I had just tiny scraps of fabric left.  I was quite pleased with the efficient use of it.  There was one continuous piece from the bodice material that is about a big as a sheet of paper, but that is it--the rest was in ribbons.  I had to be pretty careful how I laid out the pattern pieces, actually, so that I could make it work.  There was lots of futzing with it.  I ran out of skirt fabric before the pocket facings were cut, so they're actually made of bodice material...not that anyone but me knows that since they're on the inside of the pockets.  I also had to make the skirt four inches shorter than normal to have enough fabric to go around.
It is a swell dress--colorful and fun, lovely for dancing.  Though I do wish I'd had enough fabric to make the skirt fuller.  Sometimes one just has to work with what they've got though.
I'm glad I squeezed in the time to make it.  Now every time I slip it on I will think of my friends and that good time we had together in such a special place.  I like that a lot.
Photo credit to Kendra Bell.

Thursday, September 15, 2016

Corn and Pickles

We actually managed to be in town on a Saturday morning for a change.  As such, we hit the farmer's market for corn and cucumbers, neither of which we grow ourselves due to space requirements.  I like that, actually, it still gives us a reason to go marketing.  Pretty much everything else I want I can find out back in our own garden.  Farmer's markets are cool though and I enjoy being able to support them, even just a little.  Plus, we always run into people we know.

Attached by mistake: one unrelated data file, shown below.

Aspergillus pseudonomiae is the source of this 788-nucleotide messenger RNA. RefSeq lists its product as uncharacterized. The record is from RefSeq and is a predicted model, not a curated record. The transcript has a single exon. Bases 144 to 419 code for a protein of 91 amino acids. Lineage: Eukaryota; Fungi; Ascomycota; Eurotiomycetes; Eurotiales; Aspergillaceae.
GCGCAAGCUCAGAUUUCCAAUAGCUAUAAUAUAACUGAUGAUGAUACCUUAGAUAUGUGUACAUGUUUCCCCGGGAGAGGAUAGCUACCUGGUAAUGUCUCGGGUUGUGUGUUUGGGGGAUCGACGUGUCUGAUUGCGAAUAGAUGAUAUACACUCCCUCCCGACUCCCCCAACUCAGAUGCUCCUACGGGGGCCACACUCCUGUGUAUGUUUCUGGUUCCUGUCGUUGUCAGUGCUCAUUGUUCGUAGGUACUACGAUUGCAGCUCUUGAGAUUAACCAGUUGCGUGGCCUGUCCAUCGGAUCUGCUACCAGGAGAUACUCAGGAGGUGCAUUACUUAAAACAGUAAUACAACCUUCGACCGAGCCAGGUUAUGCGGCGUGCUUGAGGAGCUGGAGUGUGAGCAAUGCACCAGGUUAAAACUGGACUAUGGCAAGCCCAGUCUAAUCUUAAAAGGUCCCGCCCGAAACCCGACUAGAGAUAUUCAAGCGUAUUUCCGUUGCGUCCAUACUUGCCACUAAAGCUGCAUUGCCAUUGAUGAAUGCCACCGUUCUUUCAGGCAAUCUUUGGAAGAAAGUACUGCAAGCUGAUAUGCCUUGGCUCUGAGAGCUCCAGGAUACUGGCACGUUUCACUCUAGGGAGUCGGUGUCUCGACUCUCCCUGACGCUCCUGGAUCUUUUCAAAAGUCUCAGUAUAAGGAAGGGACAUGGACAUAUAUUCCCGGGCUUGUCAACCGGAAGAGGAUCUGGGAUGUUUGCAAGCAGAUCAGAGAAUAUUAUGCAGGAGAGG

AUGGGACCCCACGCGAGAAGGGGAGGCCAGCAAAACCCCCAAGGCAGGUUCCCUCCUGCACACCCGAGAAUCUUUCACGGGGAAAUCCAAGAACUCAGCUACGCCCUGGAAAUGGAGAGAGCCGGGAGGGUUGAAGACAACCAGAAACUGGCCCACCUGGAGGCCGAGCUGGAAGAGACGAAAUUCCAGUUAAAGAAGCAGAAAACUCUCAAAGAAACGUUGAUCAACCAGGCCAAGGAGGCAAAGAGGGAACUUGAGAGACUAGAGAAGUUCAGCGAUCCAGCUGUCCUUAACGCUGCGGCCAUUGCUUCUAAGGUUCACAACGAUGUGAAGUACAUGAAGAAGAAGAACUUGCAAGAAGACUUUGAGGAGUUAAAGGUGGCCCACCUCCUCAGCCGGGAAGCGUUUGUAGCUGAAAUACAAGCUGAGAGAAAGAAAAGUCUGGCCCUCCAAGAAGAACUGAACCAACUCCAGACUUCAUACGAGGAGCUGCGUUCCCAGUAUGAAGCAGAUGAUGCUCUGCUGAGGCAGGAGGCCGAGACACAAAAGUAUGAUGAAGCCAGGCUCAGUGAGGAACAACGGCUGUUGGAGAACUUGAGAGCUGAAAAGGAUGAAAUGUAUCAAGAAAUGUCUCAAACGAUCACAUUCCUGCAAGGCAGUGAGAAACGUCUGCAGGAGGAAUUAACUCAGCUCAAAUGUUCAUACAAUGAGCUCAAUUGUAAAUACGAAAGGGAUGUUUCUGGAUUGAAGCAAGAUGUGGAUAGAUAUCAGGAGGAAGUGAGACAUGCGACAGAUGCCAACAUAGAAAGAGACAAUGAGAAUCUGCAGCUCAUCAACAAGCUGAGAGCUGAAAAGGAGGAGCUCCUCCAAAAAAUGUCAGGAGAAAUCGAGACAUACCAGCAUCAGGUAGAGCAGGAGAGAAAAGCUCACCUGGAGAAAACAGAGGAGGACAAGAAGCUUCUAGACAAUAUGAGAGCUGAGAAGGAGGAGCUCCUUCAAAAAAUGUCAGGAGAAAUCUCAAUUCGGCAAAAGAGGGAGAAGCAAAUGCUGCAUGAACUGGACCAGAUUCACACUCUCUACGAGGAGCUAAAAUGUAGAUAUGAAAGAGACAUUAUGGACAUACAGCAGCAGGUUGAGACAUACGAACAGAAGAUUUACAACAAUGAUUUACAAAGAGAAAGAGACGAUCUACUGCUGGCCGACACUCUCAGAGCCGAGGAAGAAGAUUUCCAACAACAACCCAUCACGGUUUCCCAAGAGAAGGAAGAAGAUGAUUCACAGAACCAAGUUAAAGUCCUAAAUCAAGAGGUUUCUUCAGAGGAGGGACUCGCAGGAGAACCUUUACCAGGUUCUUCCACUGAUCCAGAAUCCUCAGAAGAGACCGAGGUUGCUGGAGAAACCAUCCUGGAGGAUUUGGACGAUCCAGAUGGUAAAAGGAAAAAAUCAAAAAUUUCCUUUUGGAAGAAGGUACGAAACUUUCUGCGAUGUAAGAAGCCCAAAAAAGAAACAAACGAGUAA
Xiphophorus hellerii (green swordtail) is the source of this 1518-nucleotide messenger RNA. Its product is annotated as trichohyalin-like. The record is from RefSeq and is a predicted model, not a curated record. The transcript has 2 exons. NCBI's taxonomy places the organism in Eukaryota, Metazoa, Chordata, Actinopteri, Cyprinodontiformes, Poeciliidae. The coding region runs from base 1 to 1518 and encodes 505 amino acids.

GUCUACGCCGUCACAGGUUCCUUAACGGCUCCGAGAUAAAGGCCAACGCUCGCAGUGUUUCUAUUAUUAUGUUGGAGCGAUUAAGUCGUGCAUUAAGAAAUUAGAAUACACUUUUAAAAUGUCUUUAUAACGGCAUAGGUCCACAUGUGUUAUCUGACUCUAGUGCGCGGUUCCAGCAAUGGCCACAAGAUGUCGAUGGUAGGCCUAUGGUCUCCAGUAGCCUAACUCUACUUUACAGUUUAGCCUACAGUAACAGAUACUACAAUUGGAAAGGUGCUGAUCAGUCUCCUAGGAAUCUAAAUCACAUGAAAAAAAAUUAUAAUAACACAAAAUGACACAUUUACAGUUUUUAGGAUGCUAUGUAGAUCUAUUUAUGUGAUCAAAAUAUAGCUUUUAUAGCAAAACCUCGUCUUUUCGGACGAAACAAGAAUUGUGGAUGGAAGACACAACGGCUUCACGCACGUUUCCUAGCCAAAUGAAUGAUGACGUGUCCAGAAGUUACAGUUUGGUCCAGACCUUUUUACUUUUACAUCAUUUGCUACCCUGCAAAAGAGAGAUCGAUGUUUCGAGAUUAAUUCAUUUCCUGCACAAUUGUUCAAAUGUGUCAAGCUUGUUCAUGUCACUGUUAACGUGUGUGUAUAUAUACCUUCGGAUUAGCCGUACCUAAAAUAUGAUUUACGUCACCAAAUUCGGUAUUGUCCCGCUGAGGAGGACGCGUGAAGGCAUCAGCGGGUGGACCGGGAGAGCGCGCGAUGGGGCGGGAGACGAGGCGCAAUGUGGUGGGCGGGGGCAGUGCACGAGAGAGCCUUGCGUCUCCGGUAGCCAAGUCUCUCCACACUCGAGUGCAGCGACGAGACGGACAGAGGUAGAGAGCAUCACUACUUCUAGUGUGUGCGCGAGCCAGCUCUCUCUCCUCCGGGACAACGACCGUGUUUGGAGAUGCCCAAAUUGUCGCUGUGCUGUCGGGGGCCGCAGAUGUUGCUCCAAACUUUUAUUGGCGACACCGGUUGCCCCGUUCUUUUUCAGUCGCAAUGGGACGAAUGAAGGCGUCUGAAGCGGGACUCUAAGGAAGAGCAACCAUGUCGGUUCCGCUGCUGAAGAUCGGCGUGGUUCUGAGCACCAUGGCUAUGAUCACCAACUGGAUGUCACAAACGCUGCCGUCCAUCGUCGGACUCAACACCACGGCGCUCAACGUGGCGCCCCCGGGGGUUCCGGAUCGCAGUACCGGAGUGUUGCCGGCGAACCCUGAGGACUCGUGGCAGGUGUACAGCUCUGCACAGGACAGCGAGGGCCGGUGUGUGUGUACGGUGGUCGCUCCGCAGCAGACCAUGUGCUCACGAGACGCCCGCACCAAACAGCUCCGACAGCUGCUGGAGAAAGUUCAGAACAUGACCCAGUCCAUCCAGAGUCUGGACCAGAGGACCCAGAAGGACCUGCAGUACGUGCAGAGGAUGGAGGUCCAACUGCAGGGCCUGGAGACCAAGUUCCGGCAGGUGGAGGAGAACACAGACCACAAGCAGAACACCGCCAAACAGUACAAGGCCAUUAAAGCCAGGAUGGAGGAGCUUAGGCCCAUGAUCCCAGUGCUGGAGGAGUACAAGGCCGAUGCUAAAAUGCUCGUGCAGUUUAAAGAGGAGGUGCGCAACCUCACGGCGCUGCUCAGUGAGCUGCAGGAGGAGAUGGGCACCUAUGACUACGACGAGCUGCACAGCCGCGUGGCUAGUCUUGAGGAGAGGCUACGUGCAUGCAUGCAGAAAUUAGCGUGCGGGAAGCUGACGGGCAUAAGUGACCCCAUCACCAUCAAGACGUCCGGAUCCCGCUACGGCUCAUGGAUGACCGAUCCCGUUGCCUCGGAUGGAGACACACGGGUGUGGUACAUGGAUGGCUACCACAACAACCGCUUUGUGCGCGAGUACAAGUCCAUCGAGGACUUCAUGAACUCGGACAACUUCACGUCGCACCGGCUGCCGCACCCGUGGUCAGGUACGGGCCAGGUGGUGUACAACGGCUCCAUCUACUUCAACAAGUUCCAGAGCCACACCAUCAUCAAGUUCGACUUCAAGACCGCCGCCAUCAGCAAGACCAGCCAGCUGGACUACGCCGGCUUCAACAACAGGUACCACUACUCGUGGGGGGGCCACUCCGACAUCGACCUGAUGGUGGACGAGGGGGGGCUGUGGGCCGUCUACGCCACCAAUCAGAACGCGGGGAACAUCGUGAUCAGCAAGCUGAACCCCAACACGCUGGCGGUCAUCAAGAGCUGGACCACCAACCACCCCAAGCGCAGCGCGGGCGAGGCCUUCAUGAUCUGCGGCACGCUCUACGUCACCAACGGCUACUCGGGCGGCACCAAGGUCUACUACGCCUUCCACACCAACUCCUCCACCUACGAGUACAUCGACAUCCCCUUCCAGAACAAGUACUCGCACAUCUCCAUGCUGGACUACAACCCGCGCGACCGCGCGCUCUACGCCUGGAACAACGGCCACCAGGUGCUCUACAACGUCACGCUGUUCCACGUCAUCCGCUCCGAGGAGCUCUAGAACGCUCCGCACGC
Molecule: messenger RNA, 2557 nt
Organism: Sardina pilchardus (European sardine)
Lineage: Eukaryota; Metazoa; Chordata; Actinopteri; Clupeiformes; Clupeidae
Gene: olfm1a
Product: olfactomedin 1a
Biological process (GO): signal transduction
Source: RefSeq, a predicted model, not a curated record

Matt shucked the corn while I cut it off the cob and processed it for freezing.  We use Matt's grandma's recipe.  It is the best corn ever.  I mean, isn't everything Grandma makes like that?!  We're tickled to keep the tradition alive in a new generation.  We bought eight dozen ears and--after reserving a dozen for fresh eating--ended up with almost 60 cups in the freezer, in nice little two-cup packages.  Gosh....that is a lot of corn.  Winter enchiladas and chili and fritters galore!  Hooray!
After a brief break to play with cats--who milled about our ankles pretty much the whole time as if they could sense our hands were sticky with corn and thus couldn't pet them--we tackled dill pickles.  Another Grandma K. recipe, right down to the "brown vinegar."
I'll just mention now that scrubbing the little blossom end is critical to crisp pickles.  Also, tiny cucumbers.  The seeds in larger cucumbers do nothing for the crispness factor.  People frequently ask what we use for crisp pickles and that is really all I can say.  We don't use any crisping agents or anything--though I know there are products on the market that are supposed to help.  We've never had a problem with soggy pickles--and that is indeed quite a problem.  I want nothing to do with a soft pickle.  We just scrub the blossom end off well and use the smallest cucumbers we can find, ideally the size of my thumb or less.
We canned seven quart jars and then another two quarts--the latter in smaller, more gift-able sized jars.
Next up--tomato sauce!

Wednesday, September 14, 2016

Some Homegrown Meals